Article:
Lemström's results, and his 'overhead discharge technique' piqued the interest of a number of British scientists. The botanist J. H Priestley, working in cooperation with the physicist J. E. Newman, achieved a 17% increase in the yield of their cucumbers with Lemström's technique (Priestly 1906 and 1910 cited in Sidaway, 1975: 390). Sir Oliver Lodge, the famous physicist, again working with Newman, designed an eight hectare installation based on Lemström's design,[1] and achieved a 24-39% increase in wheat grain yield (Sidaway, 1975: 390). Together with more experimental work from Miss E. C. Dudgeon in Lincluden, Dumfries, and Professor V. H. Blackman at Imperial College London, these British applications and developments of Lemström's method resulted in considerable interest from the agricultural community (ibid.). It was as a result of their lobbying that Lord Ernle set up the Electro-Culture Committee in 1918.

The Committee's purpose was to advise the Minister on everything electro-cultural, with special emphasis on solving the difficulties of experimentation, the construction of suitable apparatus, and, particularly, its economic feasibility (Snell, J.et al., 1919: 2). Their aim was clear, to transform the promise held by the previous, rather informal experiments into something practical. As had been the case throughout the history of Electro-Culture, successes, although in the majority, had been accompanied by numerous failures or results that were not statistically significant even under seemingly identical conditions[2] (See Lemström, 1904; Sidaway, 1975; Porter, 1968; and Spence, 1962). Ironing-out these inconsistencies was therefore of great importance within the Committee's work, and to an extent it can be seen as its raison d'être. The stress that World War One had put Britain under, in particular the food shortages resulting from the German Atlantic campaign, made the potential yield-boosts of Electro-Culture very attractive. (Spence 1962: 150) However, the cash-strapped nation and its farmers could not put their faith in an expensive technique that had yet to be proved practicable. With this responsibility in mind, the eleven-member Committee Lord Ernle appointed consisted of an interdisciplinary mix of physicists, biologists, electrical engineers, and agriculturalists. The committee included some 6 fellows of the Royal Society, and a Nobel-Prize-winner,[3] and was chaired by Sir John Snell, an electrical engineer and Chairman of the Electricity Commission, the body responsible for shaping Britain's electricity policy (See Ross 2004).

 

The Programme of Work

Unfortunately, due to the limits of this paper, there is not the opportunity to give a full description of the Committee's efforts. However, briefly, the Committee's work was almost entirely experimental, and took Lemström's technique as its basis.[4] Their most fundamental studies were done in the laboratory. For instance, Blackman et al. were able to establish, by growing Barley shoots in nutrient solution under highly-charged metallic points, that the optimum current through the plant was 3x10-9A, and that the increased growth-rate, in some cases, continued for as long as five hours after the current had been switched off (Blackman et al, 1923: 222-228). As well as spending considerable time in the laboratory looking at this and other problems, no time was lost in applying the results in the field.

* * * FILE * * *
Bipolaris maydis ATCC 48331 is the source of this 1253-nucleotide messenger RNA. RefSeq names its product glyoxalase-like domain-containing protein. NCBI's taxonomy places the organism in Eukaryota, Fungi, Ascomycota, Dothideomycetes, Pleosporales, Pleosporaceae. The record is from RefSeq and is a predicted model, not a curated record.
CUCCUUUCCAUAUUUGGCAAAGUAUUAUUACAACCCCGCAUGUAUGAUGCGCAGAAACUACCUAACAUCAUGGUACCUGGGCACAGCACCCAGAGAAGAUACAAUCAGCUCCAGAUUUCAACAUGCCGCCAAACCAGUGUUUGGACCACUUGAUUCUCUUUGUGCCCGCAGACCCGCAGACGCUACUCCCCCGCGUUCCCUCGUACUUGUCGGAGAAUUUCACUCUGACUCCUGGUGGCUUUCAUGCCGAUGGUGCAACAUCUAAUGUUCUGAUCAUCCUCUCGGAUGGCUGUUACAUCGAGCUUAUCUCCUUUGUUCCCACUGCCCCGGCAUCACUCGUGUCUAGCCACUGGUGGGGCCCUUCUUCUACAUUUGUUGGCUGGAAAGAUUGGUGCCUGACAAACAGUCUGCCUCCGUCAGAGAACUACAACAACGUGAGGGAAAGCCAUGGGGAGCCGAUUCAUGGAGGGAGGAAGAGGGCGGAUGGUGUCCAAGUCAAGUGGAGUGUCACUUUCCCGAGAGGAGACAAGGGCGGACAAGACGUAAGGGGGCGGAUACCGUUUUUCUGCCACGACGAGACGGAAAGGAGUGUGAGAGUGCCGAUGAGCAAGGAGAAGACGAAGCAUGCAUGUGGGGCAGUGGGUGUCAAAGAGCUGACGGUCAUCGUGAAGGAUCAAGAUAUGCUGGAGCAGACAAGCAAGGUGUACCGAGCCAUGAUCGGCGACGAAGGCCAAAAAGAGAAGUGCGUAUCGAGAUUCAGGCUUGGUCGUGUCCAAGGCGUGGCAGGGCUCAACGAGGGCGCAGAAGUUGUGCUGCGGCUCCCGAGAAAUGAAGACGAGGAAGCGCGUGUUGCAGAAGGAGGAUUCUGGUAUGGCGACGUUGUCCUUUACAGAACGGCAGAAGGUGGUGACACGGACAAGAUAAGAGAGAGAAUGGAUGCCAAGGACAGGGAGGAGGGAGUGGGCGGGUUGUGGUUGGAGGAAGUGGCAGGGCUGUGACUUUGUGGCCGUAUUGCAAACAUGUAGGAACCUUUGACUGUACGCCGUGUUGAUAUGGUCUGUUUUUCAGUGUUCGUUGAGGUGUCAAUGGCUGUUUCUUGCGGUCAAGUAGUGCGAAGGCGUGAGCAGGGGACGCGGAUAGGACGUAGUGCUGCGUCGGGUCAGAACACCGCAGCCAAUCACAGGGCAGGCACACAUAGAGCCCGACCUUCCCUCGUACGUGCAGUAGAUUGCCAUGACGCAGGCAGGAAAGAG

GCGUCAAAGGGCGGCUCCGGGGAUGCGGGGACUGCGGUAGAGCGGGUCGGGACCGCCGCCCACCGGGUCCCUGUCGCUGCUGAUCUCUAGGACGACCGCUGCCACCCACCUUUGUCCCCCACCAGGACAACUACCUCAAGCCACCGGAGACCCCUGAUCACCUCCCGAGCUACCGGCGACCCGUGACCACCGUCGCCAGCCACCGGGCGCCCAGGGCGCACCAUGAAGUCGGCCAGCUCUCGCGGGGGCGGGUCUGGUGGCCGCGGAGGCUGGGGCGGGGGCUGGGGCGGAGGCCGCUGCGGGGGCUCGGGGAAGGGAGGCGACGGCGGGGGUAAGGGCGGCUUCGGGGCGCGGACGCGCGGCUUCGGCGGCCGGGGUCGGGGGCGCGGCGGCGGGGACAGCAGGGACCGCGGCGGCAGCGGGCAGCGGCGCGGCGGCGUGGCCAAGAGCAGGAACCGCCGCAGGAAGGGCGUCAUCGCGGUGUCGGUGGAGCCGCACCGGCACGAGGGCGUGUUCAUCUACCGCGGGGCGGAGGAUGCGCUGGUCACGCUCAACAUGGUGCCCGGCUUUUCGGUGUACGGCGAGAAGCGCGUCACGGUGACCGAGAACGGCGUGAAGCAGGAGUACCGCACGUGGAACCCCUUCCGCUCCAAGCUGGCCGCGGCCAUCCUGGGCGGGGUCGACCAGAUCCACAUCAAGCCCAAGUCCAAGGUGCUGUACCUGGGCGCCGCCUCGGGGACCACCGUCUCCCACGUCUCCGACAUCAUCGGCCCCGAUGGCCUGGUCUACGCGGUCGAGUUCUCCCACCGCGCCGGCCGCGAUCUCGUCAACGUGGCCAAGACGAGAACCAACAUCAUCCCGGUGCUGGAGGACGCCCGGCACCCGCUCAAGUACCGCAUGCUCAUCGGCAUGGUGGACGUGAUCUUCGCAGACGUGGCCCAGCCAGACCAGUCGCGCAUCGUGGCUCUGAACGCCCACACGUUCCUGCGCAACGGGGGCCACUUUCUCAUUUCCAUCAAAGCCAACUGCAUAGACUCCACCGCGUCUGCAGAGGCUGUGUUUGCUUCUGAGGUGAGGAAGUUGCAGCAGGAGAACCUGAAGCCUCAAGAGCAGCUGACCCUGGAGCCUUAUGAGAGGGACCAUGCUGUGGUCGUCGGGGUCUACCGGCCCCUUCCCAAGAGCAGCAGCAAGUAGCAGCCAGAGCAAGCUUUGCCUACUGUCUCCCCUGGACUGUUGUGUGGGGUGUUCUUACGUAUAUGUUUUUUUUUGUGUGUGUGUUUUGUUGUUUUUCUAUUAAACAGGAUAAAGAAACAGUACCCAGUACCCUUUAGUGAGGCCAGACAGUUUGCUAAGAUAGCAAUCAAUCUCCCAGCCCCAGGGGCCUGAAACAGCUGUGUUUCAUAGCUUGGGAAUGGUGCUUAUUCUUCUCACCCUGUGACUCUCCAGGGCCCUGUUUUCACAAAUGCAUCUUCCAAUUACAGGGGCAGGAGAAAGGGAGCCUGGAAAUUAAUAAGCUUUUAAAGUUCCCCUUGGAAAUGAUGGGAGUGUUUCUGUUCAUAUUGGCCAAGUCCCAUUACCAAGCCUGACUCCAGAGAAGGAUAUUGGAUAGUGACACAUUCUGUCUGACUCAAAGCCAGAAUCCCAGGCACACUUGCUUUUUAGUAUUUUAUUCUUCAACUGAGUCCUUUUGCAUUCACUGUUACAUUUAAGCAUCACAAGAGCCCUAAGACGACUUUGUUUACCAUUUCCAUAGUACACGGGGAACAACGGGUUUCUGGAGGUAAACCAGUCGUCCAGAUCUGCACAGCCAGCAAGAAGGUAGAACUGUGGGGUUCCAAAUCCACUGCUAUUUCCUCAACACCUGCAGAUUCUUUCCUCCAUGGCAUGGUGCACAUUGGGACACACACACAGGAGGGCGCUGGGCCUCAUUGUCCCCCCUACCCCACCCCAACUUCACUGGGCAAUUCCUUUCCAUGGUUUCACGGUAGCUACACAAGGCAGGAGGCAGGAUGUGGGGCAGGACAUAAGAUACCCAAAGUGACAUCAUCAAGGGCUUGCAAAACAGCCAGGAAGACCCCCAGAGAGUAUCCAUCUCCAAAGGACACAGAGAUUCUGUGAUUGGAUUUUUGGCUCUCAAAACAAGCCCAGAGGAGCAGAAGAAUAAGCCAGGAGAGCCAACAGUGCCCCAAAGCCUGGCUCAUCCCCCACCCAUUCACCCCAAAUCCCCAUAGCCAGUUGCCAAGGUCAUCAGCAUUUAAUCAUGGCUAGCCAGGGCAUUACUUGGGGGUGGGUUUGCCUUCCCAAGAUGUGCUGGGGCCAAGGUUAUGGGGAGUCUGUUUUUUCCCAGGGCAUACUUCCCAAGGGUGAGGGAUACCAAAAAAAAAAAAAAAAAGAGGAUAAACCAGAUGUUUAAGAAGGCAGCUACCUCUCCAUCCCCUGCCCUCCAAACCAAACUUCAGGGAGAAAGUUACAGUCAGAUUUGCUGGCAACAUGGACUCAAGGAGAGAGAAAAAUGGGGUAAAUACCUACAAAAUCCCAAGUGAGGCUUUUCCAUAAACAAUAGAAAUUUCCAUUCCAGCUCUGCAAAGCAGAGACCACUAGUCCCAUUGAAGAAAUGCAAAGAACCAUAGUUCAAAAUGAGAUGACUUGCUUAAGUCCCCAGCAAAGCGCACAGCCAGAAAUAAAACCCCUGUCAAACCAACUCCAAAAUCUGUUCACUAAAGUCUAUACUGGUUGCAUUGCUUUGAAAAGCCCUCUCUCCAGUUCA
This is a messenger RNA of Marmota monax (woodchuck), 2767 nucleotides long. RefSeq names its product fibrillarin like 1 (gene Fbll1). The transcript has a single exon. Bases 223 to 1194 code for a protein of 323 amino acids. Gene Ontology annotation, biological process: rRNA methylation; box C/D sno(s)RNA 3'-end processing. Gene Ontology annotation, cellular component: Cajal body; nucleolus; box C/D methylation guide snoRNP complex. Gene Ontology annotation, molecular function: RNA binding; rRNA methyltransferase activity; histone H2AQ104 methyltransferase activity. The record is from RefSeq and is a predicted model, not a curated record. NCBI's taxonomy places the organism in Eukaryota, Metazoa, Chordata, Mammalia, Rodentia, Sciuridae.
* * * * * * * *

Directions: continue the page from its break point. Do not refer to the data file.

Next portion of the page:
Through a range of large-scale field trials, based at both Rothamsted and Lincluden, the committee attempted to apply their laboratory-learnt knowledge to a wide range of crops, from wheat and oats to potatoes and cabbages. These experiments differed little from those of the early electro-culturists,[5] except for one: in 1921, an 'economic installation' was built which was designed to be viable for actual farming (the cables were much higher off the ground so as not interfere with farm machinery and workers) and also to give a realistic cost for installing the apparatus (Snell, J. et al. 1922: 4). However, even though the growth results that the Committee achieved with these large-scale trials were positive, there were some serious complications.

Including Blackman's field trials on oats at Rothamsted between 1915 and 1917,[6] by 1920 the Committee had amassed quite a considerable body of data. They had run twelve experiments, eleven of which found positive increases in yield, and eight of these were between 30% and 50% (Snell, J. et al., 1920: 13). However, although the next two years saw concerted efforts to build on this excellent start, poor weather, a very wet season in 1920 and a very dry one in 1921, led to very disappointing results, the Interim Reports do not even mention them (Snell, J. et al.,1921: 2 and Snell, J. et al., 1922: 2). After experiencing yet another disappointing season in 1922, the Committee decided to abandon the large-scale fieldwork, except for what was being done on the economic installation, in favour of the smaller-scale experiments that they were also pursuing[7] (Snell, J. et al. 1923: 2 and 5-6). Although there was some work done on ' small-plot experiments' (smaller versions of the above based on concepts that would be too expensive to do on a larger scale),[8] the bulk of the small-scale work was done in 'pot-culture'. Essentially a small number of plants in pots under 'discharge nets', pot-culture allowed for a much greater degree of control (factors such as soil type, condition, and climate being more easily manipulated) as well as allowing for a far greater range of experiments in the same period of time, simply by using more pots. It was as a result of these advantages that the Committee focussed almost all of their efforts on pot-culture in 1923.